As of 2002, people who have permanent resident status in Canada are given a permanent resident card, which is also sometimes referred to as the PR card. This permanent resident card is an identity document, and a very important one – it allows you to return to Canada if you travel abroad. Many permanent residents enjoy traveling abroad for pleasure or to visit their family, and that’s why it’s extra important to make sure your permanent resident card is valid. Your permanent resident card will expire after five years.
Upon realizing your permanent resident card is going to expire soon (about three months before the expiry date on your card is best), a permanent resident must make an application to renew their card. However, the permanent resident card renewal process is more than merely filling out paperwork. You must ensure that all of your supporting documents are in order and that you have met the residency obligation, which means that you have spent at least 2 of the past 5 years within Canada.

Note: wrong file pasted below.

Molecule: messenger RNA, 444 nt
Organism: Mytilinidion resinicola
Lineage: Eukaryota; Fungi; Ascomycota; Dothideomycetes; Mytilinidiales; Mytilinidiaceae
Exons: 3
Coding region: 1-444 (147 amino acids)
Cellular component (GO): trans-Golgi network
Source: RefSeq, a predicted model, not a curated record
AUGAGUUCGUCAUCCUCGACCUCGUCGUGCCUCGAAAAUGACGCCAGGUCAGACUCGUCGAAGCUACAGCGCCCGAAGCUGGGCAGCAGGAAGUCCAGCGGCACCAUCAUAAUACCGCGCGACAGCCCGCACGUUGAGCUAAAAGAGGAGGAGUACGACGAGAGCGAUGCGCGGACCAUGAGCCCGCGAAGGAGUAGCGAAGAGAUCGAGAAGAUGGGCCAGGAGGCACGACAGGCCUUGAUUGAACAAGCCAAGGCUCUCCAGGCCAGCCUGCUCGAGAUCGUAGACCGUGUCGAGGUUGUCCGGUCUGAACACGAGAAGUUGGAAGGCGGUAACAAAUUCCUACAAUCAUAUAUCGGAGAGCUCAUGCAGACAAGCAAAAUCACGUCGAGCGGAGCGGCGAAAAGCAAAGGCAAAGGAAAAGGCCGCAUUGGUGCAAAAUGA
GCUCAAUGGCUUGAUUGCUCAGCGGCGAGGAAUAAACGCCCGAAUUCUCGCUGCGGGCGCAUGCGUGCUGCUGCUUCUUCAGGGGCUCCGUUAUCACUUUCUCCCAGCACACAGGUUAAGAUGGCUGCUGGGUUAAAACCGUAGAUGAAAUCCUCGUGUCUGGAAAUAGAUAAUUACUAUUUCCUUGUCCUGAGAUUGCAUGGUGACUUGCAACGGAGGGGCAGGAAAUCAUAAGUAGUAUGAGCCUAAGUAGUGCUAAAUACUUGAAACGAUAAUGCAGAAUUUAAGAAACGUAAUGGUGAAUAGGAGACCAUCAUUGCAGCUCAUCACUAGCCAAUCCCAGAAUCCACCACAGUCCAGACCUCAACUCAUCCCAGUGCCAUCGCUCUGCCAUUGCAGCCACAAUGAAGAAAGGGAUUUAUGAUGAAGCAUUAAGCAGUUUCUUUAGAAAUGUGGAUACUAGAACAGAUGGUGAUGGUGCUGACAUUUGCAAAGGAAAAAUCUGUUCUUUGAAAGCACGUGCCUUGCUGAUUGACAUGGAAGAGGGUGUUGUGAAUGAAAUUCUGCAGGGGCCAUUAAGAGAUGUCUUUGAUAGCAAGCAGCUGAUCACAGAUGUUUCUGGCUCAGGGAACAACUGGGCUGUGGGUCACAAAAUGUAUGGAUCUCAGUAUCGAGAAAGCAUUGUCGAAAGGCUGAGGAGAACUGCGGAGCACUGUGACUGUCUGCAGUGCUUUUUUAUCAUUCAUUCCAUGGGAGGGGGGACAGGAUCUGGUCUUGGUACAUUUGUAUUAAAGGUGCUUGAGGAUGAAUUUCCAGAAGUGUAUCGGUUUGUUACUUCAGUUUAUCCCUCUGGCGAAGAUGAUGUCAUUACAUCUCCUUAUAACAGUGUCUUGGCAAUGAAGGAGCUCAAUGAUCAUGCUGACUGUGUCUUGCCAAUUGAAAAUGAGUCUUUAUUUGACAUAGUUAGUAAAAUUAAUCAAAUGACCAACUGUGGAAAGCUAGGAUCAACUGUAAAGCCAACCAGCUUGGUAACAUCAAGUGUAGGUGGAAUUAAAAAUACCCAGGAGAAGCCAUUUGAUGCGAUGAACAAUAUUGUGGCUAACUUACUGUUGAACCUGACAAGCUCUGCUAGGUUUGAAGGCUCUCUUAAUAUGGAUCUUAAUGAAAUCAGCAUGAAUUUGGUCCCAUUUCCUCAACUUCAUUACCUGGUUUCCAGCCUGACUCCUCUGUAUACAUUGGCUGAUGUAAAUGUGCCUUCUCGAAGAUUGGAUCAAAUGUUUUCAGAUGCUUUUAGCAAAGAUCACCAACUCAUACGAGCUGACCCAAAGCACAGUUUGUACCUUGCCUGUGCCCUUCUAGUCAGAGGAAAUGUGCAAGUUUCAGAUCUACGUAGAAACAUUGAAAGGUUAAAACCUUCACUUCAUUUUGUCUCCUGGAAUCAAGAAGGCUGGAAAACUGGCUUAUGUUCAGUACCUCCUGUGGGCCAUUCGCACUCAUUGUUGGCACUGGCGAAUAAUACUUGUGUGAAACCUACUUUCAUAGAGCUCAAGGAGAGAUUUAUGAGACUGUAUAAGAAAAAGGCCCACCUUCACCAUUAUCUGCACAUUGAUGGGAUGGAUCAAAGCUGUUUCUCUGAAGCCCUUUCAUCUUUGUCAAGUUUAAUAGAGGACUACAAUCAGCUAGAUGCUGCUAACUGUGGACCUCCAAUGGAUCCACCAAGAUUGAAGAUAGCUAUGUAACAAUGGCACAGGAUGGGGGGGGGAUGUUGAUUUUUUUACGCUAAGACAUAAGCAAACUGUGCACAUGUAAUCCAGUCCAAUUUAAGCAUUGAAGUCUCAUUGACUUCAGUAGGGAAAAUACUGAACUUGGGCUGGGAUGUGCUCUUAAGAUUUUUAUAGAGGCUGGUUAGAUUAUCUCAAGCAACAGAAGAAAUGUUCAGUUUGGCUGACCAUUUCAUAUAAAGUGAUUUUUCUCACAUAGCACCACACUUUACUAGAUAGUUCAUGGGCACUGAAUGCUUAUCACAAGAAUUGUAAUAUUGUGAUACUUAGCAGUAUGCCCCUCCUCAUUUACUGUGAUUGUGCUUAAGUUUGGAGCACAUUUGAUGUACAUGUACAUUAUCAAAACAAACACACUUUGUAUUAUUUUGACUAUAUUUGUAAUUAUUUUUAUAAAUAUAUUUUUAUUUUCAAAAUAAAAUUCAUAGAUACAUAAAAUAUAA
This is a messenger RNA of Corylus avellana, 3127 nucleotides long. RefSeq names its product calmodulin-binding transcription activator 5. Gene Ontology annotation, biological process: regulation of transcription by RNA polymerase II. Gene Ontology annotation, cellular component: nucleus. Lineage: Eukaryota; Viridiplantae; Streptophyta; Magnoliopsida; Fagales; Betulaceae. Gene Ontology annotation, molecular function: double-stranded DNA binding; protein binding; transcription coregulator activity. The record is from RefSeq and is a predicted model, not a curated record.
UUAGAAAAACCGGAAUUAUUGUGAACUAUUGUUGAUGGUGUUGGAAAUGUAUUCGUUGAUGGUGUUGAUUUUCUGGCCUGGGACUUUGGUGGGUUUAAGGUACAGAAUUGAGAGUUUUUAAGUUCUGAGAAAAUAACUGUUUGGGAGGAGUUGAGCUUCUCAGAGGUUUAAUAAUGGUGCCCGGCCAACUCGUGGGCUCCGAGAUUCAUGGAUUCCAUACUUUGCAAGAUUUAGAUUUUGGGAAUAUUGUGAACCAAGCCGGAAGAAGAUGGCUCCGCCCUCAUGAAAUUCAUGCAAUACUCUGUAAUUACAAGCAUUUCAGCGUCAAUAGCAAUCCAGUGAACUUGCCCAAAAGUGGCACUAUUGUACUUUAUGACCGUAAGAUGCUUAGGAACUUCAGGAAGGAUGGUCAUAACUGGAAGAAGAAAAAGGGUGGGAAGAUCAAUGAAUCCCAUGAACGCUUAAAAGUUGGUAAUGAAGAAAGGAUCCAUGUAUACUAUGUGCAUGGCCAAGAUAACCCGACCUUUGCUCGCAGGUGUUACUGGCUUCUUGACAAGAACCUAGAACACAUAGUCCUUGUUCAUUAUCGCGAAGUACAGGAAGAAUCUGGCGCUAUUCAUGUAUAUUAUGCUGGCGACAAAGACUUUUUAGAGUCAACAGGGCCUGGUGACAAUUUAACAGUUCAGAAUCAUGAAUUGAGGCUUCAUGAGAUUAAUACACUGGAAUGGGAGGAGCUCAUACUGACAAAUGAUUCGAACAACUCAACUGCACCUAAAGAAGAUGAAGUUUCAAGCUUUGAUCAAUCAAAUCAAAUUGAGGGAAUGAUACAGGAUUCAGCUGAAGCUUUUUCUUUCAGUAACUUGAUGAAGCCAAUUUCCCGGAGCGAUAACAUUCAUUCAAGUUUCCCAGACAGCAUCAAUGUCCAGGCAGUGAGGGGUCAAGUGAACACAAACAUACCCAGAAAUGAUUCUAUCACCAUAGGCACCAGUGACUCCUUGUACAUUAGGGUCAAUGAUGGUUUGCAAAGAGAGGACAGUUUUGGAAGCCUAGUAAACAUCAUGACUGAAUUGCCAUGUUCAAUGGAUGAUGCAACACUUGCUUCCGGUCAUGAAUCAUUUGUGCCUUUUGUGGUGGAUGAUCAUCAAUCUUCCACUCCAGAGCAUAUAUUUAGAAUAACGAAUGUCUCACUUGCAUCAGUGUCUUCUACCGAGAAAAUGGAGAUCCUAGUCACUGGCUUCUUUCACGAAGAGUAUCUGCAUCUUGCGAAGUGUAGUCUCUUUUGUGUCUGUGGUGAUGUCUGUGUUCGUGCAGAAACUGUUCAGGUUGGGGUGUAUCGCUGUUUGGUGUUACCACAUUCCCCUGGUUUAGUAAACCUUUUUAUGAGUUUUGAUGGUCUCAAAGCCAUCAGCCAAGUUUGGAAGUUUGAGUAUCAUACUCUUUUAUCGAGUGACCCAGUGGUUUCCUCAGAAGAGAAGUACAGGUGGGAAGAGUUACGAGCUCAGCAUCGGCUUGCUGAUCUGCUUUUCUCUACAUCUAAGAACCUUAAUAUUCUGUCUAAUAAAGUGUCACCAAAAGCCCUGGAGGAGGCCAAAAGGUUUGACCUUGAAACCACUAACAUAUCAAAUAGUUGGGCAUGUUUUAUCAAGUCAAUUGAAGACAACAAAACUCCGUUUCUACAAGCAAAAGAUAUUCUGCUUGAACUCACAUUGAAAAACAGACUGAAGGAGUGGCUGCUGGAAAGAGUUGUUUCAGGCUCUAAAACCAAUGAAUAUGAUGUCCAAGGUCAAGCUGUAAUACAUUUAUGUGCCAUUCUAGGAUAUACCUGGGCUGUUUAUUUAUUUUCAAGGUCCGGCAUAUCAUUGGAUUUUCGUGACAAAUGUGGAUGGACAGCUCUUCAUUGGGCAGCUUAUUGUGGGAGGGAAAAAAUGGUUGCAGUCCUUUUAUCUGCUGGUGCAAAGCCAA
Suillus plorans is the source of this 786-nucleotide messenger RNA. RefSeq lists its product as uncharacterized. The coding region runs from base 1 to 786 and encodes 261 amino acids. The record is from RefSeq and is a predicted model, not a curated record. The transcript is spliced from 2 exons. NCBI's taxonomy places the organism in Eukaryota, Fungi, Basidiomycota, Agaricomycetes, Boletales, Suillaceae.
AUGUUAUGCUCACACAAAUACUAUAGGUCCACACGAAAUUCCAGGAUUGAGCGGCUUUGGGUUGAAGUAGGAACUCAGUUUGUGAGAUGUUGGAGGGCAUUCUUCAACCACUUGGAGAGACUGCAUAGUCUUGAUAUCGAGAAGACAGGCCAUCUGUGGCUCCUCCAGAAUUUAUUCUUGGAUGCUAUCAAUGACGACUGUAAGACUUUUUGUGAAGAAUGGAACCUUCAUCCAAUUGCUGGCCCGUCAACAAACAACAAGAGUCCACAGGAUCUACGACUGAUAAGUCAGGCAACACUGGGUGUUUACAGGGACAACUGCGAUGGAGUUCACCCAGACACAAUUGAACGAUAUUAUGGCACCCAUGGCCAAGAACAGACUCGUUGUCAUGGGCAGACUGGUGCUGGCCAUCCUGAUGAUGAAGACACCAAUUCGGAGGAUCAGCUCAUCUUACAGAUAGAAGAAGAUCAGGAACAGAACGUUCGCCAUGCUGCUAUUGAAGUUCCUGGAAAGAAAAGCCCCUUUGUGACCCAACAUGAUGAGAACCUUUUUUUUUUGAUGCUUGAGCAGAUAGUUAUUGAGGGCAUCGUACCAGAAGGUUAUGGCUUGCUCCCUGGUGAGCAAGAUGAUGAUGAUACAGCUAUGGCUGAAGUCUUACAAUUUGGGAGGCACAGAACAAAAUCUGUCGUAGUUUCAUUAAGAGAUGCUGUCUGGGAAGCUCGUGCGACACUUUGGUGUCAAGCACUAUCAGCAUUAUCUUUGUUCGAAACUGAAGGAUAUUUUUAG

When you renew your permanent resident card, you must also be physically present in Canada. This can pose a problem if your permanent resident card has expired while you were in a different country. If this happens, you will have to visit your closest Canadian office abroad so you can obtain a travel document. Once you have a travel document, you can then return to Canada where you can apply for a permanent resident card as usual.
We are an immigration law firm that handles applications for permanent resident card renewals, including urgent renewals or applications where there are apparent obstacles such as a permanent resident card that has expired outside of Canada or someone who has not met the residency requirement. Don’t leave your important permanent resident card renewal application up to chance – if your application is denied, your permanent resident status in Canada could be in jeopardy. Contact us as soon as possible if you realize your permanent resident card is about to expire, or if you are experiencing any problems that make your permanent resident card renewal application more difficult than usual.
The content and comments of this blog are not legal advise and and may not be accurate or complete. If you require legal advice, contact a licensed legal practitioner directly. If you post on this blog, you assume full responsibility for disclosing your identity to the public and VisaPlace nor its affiliates are not responsible for protecting your privacy nor your identity concerning your participation in our blog and you assume any risks in participating.